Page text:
A turning point in Koelle’s career was probably 1935: in connection with the Saar Referendum on 13 January 1935, Kölle had been commisioned to design a Saar-Gedenkprägung (Saar Memorial Medal) for the Bayerischen Hauptmünzamt (Bavarian State Mint). This was his first work with a national socialistic theme and probably an attempt to survive.
In 1936 Koelle was commissioned works by the City of Berlin; in the same year he created a bust of Nazi Party activist and SA-Sturmführer Horst Wessel, a martyr of the Nazi movement after his violent death in 1930. Again in 1936, he was represented at the exhibition ‘Lob der Arbeit’ (‘In Praise of Work’)’, organised by the NS-Kulturgemeinde, Berlin. For a short period Koelle travelled to London, but decided to go back to Germany. In 1937 Koelle created for the façade of the Reichspostministerium a huge 8-meter-wide eagle holding a swastika. In the same year he was represented with 4 works at the exhibition ‘NS.-Gemeinschaft KRAFT DURCH FREUDE’, Kunsthalle Hamburg, 1938, organized in co-operation with Amt Rosenberg.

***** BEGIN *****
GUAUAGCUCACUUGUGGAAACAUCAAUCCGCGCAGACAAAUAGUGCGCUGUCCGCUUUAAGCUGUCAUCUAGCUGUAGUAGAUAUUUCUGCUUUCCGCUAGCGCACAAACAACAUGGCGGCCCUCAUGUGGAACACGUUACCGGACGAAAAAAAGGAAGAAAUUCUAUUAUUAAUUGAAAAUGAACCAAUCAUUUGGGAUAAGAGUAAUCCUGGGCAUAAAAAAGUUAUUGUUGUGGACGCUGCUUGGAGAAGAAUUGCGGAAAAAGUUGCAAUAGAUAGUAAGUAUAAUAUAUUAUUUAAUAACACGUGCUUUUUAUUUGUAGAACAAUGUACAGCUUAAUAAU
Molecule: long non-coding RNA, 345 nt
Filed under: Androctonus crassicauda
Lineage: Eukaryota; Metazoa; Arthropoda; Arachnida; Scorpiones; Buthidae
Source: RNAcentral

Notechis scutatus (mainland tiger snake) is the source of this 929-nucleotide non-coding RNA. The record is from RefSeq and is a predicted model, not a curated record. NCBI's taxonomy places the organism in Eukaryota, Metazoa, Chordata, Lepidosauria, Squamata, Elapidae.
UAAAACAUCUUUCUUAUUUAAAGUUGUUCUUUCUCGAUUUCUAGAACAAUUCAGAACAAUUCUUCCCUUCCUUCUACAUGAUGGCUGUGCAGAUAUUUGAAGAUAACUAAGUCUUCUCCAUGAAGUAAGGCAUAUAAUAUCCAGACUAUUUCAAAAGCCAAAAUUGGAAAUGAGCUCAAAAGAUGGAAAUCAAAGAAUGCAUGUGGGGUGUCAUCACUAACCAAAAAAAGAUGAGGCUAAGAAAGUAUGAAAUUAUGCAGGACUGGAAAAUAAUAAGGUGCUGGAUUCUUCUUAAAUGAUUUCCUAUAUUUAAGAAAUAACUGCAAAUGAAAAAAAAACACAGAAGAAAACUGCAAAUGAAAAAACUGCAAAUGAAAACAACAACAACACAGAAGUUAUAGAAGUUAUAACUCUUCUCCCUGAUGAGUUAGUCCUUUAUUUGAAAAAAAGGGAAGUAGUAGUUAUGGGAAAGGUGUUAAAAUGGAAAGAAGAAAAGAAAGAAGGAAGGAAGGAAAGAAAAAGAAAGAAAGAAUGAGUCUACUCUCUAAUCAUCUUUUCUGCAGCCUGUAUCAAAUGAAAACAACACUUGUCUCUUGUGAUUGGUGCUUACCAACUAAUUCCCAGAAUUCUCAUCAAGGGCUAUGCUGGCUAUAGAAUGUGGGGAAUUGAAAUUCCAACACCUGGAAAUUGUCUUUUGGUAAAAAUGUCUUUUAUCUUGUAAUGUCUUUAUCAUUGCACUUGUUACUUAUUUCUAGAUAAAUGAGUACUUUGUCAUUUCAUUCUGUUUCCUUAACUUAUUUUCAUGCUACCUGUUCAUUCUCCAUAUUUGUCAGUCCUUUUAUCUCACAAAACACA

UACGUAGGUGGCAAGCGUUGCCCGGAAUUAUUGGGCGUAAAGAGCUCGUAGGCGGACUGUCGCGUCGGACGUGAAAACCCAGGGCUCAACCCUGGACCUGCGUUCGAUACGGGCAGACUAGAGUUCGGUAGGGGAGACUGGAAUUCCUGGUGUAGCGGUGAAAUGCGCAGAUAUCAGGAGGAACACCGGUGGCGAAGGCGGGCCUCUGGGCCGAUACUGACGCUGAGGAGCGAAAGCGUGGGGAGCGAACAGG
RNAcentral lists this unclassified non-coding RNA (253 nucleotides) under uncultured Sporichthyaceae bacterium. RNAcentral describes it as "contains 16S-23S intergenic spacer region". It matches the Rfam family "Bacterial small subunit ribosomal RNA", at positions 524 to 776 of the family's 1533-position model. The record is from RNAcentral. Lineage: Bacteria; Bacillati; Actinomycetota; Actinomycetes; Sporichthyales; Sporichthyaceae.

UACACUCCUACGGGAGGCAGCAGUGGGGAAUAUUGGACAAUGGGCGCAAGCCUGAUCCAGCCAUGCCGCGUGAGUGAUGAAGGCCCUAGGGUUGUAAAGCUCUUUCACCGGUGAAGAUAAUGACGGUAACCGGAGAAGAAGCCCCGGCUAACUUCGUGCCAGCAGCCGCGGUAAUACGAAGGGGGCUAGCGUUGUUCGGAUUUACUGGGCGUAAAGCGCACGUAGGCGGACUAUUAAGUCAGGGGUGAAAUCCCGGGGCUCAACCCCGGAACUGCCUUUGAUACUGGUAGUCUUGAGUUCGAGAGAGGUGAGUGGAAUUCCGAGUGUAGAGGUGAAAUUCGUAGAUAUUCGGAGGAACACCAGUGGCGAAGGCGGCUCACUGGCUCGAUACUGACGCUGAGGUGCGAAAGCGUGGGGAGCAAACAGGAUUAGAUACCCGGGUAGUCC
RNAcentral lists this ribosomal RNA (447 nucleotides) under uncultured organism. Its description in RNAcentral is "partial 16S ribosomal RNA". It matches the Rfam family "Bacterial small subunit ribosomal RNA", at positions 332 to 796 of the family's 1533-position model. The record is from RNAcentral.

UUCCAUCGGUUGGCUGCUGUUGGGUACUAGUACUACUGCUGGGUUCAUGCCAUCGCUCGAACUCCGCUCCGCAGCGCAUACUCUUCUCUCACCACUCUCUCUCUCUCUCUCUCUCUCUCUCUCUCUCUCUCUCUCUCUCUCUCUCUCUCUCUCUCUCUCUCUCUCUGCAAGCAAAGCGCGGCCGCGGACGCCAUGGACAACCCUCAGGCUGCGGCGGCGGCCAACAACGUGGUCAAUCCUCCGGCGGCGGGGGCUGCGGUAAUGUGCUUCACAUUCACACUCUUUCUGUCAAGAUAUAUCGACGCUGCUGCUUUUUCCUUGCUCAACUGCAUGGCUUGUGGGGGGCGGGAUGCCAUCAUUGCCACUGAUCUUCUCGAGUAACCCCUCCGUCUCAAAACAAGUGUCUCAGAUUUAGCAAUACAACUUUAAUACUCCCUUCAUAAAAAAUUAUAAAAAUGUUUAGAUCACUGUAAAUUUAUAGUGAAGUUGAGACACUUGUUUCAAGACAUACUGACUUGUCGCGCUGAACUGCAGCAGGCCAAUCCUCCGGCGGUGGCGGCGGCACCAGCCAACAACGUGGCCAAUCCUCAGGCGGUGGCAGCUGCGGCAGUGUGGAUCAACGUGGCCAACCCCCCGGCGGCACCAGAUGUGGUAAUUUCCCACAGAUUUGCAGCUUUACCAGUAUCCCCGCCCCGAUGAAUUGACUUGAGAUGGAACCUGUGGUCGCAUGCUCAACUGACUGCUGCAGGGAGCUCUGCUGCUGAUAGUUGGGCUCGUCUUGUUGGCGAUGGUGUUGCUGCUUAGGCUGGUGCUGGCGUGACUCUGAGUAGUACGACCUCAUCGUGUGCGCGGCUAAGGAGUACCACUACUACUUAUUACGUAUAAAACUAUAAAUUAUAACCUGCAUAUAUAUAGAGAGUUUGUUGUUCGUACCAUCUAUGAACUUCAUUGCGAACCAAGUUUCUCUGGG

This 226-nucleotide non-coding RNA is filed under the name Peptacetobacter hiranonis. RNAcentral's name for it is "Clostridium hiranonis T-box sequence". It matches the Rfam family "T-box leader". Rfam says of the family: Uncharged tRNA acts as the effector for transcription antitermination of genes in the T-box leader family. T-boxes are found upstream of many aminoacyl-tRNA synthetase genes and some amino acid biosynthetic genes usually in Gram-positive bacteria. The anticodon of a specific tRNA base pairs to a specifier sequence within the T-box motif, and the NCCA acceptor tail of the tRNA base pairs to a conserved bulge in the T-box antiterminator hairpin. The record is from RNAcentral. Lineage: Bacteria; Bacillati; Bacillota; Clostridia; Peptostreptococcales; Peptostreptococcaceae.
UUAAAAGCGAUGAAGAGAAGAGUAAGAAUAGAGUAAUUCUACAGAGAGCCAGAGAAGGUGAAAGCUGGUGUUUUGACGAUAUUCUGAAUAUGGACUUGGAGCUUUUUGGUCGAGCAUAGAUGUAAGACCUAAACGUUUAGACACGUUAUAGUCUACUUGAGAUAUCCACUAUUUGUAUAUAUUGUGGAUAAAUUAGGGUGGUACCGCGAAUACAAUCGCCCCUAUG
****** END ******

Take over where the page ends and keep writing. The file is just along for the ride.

In an interview in his atelier with the Croatian writer Nada Kestercanek in 1944, Kölle said that Hitler had specifically asked him to create female sculptures. Two years later, in a letter dated May 28, 1946, Fritz Kölle wrote: ‘in 1940 I was visited by Hermann Giesler on special instructions of Adolf Hitler (Giesler was, after Albert Speer, Hitler’s favorite architect). I was promised large orders, but first I had to create a nude; after that, I would be allowed to sculpt workmen again. Thus I made a female-dancer (Spitzentänzerin). I thought they would like that, but no, I still had to produce a nude. Hence I made the platform-diver (Turmspringerin). Then I received orders to create large sculptures of workmen…’ This was the reason why Spitzentänzerin (1941), Turmspringerin (1941), Balletttänzerin (1943) and Tänzerin Nika (1943) came into existence.